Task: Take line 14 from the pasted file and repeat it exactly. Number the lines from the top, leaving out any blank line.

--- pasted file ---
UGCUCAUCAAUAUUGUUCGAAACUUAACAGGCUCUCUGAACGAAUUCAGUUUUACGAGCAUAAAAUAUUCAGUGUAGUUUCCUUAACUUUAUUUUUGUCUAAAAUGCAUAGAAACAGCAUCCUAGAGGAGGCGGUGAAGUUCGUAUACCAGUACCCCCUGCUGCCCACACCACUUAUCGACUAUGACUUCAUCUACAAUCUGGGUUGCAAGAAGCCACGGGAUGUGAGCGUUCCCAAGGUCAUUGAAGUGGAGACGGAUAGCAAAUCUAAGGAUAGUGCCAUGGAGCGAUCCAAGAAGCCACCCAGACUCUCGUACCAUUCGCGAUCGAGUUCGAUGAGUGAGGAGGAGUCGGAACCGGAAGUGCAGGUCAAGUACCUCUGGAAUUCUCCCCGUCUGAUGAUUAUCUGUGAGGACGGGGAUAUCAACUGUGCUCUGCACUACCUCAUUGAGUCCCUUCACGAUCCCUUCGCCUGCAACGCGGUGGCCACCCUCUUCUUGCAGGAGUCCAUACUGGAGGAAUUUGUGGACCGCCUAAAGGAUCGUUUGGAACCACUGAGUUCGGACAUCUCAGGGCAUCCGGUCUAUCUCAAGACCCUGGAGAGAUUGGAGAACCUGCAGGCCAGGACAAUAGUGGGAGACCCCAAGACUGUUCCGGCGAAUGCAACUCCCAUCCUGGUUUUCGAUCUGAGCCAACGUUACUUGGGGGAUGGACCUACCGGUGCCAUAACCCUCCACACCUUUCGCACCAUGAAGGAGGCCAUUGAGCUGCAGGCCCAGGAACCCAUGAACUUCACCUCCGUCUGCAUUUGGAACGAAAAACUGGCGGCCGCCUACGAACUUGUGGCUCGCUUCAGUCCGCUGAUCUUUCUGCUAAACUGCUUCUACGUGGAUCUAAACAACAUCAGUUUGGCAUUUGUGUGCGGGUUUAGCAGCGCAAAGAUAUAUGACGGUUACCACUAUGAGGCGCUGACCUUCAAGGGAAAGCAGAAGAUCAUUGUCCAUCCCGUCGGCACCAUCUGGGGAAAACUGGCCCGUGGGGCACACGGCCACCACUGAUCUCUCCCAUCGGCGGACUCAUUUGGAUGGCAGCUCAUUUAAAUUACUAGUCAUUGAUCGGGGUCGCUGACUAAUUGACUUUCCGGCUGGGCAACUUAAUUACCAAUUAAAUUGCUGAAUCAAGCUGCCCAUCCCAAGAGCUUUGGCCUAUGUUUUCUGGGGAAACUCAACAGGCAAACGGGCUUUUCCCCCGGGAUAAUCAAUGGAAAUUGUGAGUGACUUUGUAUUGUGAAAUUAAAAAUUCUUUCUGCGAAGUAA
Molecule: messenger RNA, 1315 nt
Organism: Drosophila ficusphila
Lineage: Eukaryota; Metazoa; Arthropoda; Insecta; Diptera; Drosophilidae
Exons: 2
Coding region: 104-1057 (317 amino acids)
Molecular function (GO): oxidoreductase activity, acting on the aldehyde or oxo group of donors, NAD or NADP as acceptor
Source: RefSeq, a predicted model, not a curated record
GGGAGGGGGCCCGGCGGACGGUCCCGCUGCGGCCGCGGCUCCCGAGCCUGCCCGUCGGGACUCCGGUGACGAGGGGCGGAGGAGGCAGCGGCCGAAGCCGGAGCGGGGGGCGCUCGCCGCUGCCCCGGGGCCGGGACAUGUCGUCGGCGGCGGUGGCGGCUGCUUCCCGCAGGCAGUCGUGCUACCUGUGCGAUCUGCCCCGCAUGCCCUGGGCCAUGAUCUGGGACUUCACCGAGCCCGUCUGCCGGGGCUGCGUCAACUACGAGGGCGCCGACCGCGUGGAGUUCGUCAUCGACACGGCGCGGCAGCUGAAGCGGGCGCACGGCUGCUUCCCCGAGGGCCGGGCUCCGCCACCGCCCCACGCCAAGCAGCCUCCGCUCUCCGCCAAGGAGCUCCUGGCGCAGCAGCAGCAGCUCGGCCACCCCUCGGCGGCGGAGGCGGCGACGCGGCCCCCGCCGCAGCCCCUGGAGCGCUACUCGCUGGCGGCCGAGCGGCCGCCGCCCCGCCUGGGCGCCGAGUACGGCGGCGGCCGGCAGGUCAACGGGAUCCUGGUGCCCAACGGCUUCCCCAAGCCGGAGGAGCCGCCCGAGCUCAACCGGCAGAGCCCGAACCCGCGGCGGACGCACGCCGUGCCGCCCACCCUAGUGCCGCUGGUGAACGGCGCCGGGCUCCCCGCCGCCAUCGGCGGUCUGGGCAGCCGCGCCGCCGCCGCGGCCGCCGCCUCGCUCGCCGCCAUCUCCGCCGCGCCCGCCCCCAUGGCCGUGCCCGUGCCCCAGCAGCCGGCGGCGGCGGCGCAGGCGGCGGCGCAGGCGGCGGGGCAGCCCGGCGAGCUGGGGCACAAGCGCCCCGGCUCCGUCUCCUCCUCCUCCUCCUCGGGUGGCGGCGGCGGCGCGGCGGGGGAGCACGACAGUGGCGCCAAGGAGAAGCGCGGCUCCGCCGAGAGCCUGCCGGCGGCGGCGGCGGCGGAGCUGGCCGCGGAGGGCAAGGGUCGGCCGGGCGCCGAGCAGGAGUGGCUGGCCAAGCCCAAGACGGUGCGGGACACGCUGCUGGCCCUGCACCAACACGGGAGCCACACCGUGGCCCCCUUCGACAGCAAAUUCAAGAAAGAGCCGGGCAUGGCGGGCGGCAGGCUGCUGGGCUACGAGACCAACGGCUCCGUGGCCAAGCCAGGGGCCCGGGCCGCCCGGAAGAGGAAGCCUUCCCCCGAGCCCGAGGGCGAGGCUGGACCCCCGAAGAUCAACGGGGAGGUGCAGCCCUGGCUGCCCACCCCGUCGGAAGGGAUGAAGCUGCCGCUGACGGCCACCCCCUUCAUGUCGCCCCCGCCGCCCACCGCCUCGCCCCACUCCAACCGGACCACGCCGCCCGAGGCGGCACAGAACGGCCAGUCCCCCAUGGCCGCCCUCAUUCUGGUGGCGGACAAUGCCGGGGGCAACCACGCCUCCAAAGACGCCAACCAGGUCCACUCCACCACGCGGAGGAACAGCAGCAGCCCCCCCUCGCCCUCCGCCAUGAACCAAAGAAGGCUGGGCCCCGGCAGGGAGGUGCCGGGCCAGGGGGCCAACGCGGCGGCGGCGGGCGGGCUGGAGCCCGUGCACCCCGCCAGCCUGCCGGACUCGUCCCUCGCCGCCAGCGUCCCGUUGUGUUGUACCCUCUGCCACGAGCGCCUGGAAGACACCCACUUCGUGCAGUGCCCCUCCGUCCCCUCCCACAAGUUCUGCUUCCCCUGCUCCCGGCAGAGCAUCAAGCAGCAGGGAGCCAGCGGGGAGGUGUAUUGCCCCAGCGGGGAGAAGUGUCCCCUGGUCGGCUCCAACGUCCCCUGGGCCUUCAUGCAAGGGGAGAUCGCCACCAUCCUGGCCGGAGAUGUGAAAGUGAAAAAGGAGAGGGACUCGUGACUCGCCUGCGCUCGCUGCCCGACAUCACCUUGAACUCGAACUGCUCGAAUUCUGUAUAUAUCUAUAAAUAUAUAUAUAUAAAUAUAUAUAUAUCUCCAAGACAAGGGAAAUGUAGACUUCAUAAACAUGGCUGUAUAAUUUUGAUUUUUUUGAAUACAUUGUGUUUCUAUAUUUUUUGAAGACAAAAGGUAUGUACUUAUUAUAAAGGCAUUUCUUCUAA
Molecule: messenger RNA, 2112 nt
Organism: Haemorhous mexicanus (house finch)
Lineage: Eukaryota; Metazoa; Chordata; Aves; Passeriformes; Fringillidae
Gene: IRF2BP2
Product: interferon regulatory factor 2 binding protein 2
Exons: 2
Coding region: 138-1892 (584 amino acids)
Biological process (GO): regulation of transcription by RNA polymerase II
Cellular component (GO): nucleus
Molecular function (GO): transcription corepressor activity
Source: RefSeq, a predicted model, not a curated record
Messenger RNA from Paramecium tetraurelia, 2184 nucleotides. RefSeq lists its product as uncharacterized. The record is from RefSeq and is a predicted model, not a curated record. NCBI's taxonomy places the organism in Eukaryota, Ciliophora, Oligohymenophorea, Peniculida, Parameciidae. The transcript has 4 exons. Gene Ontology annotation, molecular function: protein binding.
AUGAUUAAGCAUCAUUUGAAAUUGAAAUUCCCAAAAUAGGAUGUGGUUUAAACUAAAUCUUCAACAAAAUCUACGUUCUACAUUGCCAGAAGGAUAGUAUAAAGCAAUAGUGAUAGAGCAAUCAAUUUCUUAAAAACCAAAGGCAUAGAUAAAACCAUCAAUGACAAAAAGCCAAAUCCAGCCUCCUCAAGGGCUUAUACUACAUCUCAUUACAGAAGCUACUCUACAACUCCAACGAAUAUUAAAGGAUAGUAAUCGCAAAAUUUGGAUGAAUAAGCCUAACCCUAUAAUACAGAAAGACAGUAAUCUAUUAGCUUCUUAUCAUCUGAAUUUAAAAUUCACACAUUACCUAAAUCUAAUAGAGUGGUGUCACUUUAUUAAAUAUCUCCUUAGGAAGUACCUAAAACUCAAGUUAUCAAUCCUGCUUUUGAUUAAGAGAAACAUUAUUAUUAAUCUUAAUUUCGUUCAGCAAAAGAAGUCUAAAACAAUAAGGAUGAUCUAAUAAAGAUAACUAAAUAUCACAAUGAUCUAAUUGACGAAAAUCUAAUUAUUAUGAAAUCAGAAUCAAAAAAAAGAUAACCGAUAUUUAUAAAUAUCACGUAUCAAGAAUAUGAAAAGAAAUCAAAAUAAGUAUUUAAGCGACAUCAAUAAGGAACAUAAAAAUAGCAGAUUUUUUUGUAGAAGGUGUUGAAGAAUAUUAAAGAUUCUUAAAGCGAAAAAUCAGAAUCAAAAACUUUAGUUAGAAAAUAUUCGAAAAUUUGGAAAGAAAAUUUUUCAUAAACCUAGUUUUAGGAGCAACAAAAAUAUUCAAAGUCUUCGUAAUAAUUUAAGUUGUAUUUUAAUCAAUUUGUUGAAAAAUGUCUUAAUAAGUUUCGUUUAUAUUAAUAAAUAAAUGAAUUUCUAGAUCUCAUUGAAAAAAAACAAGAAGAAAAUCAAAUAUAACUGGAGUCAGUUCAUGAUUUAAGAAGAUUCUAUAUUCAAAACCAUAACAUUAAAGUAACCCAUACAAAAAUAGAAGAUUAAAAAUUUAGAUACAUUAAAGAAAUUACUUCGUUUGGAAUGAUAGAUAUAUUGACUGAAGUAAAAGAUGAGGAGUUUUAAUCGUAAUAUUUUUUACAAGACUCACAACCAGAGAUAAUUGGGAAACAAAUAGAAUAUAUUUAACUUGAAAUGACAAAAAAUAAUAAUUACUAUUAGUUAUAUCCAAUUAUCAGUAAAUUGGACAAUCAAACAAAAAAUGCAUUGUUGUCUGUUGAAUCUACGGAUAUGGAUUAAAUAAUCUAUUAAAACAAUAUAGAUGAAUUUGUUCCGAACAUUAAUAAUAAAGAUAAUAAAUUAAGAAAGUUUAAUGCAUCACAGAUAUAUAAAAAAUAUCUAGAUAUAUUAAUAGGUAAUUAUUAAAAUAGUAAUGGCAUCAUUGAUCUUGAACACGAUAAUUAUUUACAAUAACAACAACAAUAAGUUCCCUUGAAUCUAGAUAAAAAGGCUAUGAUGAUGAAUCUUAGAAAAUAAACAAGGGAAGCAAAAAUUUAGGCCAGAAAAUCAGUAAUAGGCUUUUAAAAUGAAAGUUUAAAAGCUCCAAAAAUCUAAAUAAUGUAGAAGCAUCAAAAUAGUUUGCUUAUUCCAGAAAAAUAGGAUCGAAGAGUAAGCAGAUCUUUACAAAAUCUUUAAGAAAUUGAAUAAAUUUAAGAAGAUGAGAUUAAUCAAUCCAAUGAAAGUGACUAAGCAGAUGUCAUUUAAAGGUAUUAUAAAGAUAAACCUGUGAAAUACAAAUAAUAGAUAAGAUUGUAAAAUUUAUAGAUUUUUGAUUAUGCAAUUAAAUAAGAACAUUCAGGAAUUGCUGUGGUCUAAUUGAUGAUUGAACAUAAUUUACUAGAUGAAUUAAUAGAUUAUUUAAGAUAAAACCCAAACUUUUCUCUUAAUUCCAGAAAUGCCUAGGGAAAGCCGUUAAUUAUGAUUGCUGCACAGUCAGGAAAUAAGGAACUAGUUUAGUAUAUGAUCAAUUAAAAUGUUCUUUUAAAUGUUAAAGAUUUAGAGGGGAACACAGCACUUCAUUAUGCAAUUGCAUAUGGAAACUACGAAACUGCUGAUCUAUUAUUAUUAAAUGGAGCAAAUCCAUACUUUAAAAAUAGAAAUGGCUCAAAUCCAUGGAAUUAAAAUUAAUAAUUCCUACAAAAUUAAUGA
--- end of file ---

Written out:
Product: interferon regulatory factor 2 binding protein 2